U.S.: Obama Says Marijuana Reform Is Not On His Agenda For 2016


By Steve Elliott
Hemp News

It seems that cannabis activists who had hoped for a big shift in federal marijuana policies from the Obama Administration in its last year are likely to be disappointed.

White House press secretary John Earnest on Friday said any progress on cannabis law reform would have to come from Congress, reports Christopher Ingraham at The Washington Post. President Obama had, a day earlier, said marijuana reform isn't on his list of end-of-term priorities, according to Rep. Steve Cohen (D-Tennessee).

Cohen said he'd asked the President whether he wanted to reschedule marijuana; the federal government considers cannabis a Schedule I substance, the most dangerous category, under the Uniform Controlled Substances Act. Schedule I drugs are considered to have a "high potential for abuse and potentially severe psychological and/or physical dependence."

Many lawmakers want to move pot to Schedule II, which would acknowledge the plant's medicinal potential, but would also effectively hand over control of it to Big Pharma, since prescriptions would be required.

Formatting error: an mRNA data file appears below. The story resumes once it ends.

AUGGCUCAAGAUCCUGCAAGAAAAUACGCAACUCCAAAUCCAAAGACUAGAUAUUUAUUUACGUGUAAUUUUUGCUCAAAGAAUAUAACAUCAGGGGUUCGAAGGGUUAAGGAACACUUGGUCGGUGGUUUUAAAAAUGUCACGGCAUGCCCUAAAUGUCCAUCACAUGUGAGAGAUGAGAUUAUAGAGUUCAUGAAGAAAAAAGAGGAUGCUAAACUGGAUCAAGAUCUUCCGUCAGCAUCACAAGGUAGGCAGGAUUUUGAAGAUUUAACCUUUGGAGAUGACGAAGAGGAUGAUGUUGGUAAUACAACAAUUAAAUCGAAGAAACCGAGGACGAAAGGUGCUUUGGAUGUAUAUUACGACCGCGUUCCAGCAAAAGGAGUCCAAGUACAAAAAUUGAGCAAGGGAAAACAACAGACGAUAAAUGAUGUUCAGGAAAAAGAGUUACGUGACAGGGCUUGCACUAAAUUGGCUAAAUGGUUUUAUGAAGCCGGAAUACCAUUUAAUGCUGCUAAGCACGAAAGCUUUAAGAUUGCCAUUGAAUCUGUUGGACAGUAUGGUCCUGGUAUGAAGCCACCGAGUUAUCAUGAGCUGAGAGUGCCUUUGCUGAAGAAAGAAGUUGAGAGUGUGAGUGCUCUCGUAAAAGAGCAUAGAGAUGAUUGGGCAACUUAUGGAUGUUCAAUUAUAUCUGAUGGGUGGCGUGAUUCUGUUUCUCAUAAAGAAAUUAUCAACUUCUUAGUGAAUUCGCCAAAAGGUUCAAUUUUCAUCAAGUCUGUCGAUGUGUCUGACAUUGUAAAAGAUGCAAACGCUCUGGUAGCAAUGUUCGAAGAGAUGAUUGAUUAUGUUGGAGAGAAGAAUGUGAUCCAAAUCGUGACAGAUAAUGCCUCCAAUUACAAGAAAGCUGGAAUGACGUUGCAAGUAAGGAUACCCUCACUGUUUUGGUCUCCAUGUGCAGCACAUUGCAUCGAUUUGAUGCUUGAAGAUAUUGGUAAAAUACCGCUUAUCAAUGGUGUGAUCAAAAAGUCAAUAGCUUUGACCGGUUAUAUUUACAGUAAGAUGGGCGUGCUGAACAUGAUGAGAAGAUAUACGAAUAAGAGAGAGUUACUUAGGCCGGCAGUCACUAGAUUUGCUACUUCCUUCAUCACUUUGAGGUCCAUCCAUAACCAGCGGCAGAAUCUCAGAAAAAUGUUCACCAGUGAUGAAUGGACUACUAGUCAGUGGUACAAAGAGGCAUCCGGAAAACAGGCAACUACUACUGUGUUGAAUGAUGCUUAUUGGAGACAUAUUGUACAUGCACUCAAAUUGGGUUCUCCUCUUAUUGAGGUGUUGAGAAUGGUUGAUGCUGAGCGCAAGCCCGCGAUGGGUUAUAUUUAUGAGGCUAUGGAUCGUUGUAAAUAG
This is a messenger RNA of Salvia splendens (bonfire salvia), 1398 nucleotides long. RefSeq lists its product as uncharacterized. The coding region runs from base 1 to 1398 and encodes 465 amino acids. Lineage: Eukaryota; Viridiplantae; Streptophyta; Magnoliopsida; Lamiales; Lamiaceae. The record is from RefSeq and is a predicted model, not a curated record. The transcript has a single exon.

Democratic Presidential candidate Bernie Sanders wants to DE-schedule marijuana, which means removing it from the federal list of controlled substances altogether.

Obama's answer on rescheduling, though, was "disappointing," Cohen said. "On marijuana, he gave the same answer as when I asked him seven years ago: 'If you get me a bill, and get it on my desk, I'll probably sign it," Cohen quoted the President as saying.

The federal classification of marijuana as being equally dangerous to heroin "breeds contempt for the government," Rep. Cohen said.

"There are some in the Democratic Party who have urged the President to take this kind of action," Earnest said at Friday's press briefing. "The President's response was, 'If you feel so strongly about it, and you believe there is so much public support for what it is that you're advocating, then why don't you pass legislation aabout it and we'll see what happens.'"

"This isn't the first time President Obama has unnecessarily tried to pass the buck on marijuana rescheduling to Congress," said Tom Angell of Marijuana Majority. "It's unacceptable and frankly embarrassing for a president who has so nonchalantly acknowledged his own marijuana use to allow the federal government to continue classifying cannabis in such an inappropriate category."

Public opinion polls show broad support for legalization. Fifty-eight percent of Americans want to see cannabis fully legalized, according to the latest Gallup poll on the issue. Medical marijuana has even more support, with 84 percent of Americans backing in in a 2015 CBS news poll.

Photo of President Obama: Being Human